Volume 126, No. 74 Tuesday, January 24, 2017

NEWS Dark side of the deep web PAGE 4

SPORTS Meet the Rockies PAGE 7

A woman admires a piece in the “Identities/Perspectives” exhibit at CSU’s Gregory Allicar Museum of Art’s opening reception for Spring 2017. PHOTO BY ASHLEY POTTS COLLEGIAN CSU’s Gregory Allicar Museum of Art opens 3 new exhibits A&C By Ashley Potts Collins community members “We are so proud of our Frickman also addressed re- @11smashley came out to the opening recep- new exhibitions and our perma- cent calls for art strikes across From Juilliard tion last Thursday. nent installations, which seek to the country in light of the politi- The Gregory Allicar Muse- Museum Director and Chief honor a diversity of cultural ex- cal climate. um of Art at Colorado State Uni- Curator Linny Frickman ad- pressions, examine problematic “Many have noted that mu- to CSU versity has opened three new ex- dressed the crowd with an im- stereotypes and to promote an seums are places for civic and PAGE 11 hibitions for spring 2017. Many portant message of acceptance equity of western and non-west- civil discourse, that we are open students, professors and Fort and diversity. ern traditions,” Frickman said. see MUSEUM on page 10 >> COLLEGIAN.COM 2 Tuesday, January 24, 2017 FORT COLLINS FOCUS

Introducing... overheard on the PLAZA

this • campus • says • funny • things • sometimes

“My favorite thing right now is that Uno: The Movie is listed as the highest rated comedy on IMDB.com”

“I’m aesthetically dying on the inside.”

“I don’t really have a laugh. It’s really just more like a gasping fish.” “That was a really visceral description. I’m not sure I’m okay with it.”

“Butter in Colorado is shaped weirdly.”

“Every time I walk into Braiden, I act like I’m the shit.”

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Follow Follow CSU Collegian CSU Collegian on Instagram on Snapchat Fort Collins resident Phillip Sabet is shown bouldering at one of his favorite spots near Horsetooth Reservoir. PHOTO BY MICHAEL BERG COLLEGIAN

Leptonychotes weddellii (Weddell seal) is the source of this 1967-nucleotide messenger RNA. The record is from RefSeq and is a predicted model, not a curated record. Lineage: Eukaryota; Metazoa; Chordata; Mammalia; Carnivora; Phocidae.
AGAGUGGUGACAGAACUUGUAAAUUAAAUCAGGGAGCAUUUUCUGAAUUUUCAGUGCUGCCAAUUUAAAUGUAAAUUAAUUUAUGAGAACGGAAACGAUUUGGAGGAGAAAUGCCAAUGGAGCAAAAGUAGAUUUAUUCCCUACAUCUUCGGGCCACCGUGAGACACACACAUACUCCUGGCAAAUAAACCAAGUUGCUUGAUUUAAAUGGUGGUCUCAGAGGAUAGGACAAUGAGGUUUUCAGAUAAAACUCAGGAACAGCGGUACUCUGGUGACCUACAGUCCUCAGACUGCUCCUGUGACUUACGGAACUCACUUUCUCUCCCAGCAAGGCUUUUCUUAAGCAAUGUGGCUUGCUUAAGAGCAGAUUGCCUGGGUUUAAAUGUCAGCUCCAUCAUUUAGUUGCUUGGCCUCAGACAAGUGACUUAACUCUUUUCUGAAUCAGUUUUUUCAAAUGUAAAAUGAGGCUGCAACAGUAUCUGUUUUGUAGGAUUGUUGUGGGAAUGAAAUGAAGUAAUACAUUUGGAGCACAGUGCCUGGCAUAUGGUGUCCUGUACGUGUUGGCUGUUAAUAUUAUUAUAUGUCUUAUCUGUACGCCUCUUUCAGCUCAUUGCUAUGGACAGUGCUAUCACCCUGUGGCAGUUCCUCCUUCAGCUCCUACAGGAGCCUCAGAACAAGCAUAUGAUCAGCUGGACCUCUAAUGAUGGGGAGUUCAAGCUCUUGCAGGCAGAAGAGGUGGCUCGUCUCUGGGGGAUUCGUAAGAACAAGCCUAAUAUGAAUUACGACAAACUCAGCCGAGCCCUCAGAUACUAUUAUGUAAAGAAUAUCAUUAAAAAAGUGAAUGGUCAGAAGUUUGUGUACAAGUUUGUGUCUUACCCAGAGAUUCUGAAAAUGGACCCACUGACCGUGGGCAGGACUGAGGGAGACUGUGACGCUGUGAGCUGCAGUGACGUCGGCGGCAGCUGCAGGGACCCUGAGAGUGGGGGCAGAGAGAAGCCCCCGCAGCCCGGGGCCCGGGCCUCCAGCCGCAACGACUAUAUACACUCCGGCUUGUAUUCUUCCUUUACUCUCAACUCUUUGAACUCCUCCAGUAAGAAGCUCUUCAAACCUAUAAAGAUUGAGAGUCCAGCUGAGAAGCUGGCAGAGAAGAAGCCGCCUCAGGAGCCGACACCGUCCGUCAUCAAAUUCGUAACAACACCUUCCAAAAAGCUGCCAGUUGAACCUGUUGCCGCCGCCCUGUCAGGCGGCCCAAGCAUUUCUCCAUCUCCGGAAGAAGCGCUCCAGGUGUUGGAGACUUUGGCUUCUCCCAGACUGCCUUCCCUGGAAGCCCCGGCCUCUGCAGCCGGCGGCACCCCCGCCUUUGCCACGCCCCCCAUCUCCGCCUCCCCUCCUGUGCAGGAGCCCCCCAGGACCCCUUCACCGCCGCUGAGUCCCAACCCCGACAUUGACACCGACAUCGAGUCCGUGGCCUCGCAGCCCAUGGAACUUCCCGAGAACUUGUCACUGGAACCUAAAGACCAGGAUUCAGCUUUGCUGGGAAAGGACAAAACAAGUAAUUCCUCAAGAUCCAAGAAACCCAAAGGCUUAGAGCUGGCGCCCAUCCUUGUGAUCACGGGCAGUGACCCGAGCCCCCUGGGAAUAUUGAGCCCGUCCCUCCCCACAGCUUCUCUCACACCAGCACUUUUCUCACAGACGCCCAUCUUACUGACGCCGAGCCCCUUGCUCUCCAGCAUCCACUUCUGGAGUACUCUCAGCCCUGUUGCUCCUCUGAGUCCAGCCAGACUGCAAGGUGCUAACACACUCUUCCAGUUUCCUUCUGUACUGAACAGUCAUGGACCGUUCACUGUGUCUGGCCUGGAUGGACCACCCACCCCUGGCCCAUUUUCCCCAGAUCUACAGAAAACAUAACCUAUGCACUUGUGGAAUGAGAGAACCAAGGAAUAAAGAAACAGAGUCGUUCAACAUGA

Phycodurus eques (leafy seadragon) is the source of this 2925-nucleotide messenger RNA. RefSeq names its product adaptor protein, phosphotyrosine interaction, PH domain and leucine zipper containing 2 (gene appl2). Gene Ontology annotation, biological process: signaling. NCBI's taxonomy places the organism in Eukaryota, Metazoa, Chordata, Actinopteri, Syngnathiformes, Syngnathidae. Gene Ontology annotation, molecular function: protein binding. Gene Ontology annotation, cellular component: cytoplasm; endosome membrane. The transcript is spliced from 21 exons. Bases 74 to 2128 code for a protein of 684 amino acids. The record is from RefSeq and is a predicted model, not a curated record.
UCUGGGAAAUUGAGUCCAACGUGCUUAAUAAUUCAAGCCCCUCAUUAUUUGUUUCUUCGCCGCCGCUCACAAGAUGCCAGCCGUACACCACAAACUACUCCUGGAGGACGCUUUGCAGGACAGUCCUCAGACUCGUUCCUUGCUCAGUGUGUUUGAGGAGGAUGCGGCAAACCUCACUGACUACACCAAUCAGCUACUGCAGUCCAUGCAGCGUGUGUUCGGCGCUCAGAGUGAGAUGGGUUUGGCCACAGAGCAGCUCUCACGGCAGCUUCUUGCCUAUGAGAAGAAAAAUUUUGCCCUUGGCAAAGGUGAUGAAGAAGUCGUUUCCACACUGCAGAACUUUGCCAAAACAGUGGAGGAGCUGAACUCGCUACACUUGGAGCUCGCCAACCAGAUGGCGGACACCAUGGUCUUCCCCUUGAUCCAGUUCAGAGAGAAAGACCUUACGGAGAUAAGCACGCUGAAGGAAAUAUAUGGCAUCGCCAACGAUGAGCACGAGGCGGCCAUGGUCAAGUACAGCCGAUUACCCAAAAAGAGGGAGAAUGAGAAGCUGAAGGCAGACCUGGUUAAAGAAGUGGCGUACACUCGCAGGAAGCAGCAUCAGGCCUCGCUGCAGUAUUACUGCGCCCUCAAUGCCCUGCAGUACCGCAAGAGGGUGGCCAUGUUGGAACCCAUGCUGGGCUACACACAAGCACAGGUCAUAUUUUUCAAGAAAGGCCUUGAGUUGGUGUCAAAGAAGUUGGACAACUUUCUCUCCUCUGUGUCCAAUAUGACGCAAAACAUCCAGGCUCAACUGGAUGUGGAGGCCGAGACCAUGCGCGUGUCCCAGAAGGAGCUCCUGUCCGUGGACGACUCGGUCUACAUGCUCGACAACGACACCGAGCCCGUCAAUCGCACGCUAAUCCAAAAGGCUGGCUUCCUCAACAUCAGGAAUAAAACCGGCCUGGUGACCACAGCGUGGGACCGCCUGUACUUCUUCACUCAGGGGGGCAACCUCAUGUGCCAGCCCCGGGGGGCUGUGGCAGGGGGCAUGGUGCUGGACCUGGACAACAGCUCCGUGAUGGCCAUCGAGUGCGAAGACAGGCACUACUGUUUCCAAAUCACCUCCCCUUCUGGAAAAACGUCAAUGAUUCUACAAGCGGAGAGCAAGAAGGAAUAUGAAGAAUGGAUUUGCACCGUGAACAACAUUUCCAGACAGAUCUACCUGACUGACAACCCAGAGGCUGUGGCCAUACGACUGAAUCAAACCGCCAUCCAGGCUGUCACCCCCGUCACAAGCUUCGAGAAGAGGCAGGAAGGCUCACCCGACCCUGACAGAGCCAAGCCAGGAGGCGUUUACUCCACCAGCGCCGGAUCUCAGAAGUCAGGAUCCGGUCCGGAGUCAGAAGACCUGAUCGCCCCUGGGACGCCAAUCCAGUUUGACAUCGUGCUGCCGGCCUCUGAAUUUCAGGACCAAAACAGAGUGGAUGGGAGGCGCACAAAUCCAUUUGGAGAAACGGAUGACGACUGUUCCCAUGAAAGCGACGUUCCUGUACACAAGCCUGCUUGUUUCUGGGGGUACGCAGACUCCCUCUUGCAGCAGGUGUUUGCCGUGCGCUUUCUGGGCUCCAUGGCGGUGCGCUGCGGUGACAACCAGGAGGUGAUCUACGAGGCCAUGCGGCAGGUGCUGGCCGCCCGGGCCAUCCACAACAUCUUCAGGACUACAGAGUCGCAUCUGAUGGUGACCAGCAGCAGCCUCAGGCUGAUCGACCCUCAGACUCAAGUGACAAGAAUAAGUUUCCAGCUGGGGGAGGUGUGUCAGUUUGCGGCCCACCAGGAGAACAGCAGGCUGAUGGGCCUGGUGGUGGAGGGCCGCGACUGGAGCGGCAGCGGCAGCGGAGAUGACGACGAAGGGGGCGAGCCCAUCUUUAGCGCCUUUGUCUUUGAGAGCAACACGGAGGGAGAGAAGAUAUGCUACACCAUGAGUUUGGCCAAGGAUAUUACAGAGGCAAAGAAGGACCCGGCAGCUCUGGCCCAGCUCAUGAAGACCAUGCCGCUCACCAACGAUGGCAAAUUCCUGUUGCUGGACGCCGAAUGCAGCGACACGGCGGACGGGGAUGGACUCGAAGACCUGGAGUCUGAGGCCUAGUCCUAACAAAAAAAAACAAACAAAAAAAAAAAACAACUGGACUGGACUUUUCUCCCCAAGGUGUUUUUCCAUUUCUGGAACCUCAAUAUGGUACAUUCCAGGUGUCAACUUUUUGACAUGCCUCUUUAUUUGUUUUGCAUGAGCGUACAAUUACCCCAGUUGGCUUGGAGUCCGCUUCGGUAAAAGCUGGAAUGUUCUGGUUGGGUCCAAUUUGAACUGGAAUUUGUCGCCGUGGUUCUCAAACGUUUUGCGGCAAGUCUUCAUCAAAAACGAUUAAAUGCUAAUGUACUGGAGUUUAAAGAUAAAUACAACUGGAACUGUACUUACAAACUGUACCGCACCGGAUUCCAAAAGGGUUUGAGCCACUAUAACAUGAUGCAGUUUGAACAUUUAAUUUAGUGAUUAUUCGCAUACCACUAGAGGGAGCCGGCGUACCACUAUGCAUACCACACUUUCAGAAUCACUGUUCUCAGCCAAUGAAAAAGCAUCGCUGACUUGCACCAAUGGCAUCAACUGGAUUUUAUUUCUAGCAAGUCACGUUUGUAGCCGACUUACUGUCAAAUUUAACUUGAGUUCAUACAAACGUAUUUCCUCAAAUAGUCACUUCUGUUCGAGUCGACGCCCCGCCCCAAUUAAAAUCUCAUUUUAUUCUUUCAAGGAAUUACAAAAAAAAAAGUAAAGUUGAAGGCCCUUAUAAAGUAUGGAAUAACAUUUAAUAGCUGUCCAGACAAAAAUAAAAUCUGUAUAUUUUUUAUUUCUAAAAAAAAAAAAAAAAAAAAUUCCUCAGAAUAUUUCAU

Lory Student Center Box 13 EDITORIAL STAFF | 970-491-7513 Fort Collins, CO 80523 Julia Rentsch | Editor-in-Chief Randi Mattox | A&C Editor This publication is not an official publication of Colorado [email protected] [email protected] ADVISING STAFF State University, but is published by an independent corporation Mikaela Rodenbaugh | Managing Editor Sarah Ross | Blogs Editor Jim Rodenbush | Student Media Adviser using the name ‘The Rocky Mountain Collegian’ pursuant to [email protected] [email protected] Kim Blumhardt | Advertising Manager a license granted by CSU. The Rocky Mountain Collegian is a Cale Rogers | CTV Adviser 6,500-circulation student-run newspaper intended as a public Chapman Croskell | Social Media Editor Michelle Fredrickson | Enterprise Editor forum. It publishes four days a week during the regular fall and [email protected] [email protected] Hannah Copeland | KCSU Adviser spring semesters. During the last eight weeks of summer Colle- Erin Douglas | News Editor Jonathan Garbett | Design Editor gian distribution drops to 3,500 and is published weekly. During [email protected] [email protected] the first four weeks of summer the Collegian does not publish. Seth Bodine | News Editor Natalie Dyer | Photo Editor Corrections may be submitted to the editor in chief and [email protected] [email protected] KEY PHONE NUMBERS will be printed as necessary on page two. The Collegian is a Douglas Hawkins | Digital Illustrator complimentary publication for the Fort Collins community. The Taylor Tougaw | Opinion Editor Distribution | 970-491-1774 first copy is free. Additional copies are 25 cents each. Letters to [email protected] [email protected] Classifieds | 970-491-1683 the editor should be sent to [email protected]. Chad Deutschman | Sports Editor Mikaela Rodenbaugh | Webmaster Display Advertising | 970-491-7467 [email protected] [email protected] or 970-491-6834 NEWS Tuesday, January 24, 2017 3 CAMPUS Danforth Chapel window to be replaced over summer By Rachel Telljohn (LEFT) Portions of the stained glass windows in the @racheltelljohn on campus that are listed in the Danforth Chapel are pictured on January 23rd. The register. Danforth Chapel, located on the north side of the Danforth Chapel, which Rachel Telljohn can be Oval, recently had one of its stained glass windows had its historic stained glass reached at news@collegian. broken. FORREST CZARNECKI (RIGHT) The damage window broken during a bur- com. after the break-in. PHOTO COURTESY OF CSU SOURCE. glary this past fall, will replace the broken window in summer 2017. The total preliminary cost for the window is currently less than $10,000 according to Fred Haberecht, assistant director of facilities management at Colorado State University. Emil Frei and Company has partnered with the university in order to repair the window. They are using pictures taken of the window, as well as some of the stained glass that was sal- vaged after the burglary. The window, installed in 1954 when the chapel was built, was part of the original building design. It featured non-denom- inational artwork titled “The Genesis.” It was designed and fabri- cated by Emil Frei and Compa- ny, based out of of Saint Louis. Currently, Danforth Chap- el is nominated to be on the National Register of Historic Places. If accepted, the chapel would join 14 other buildings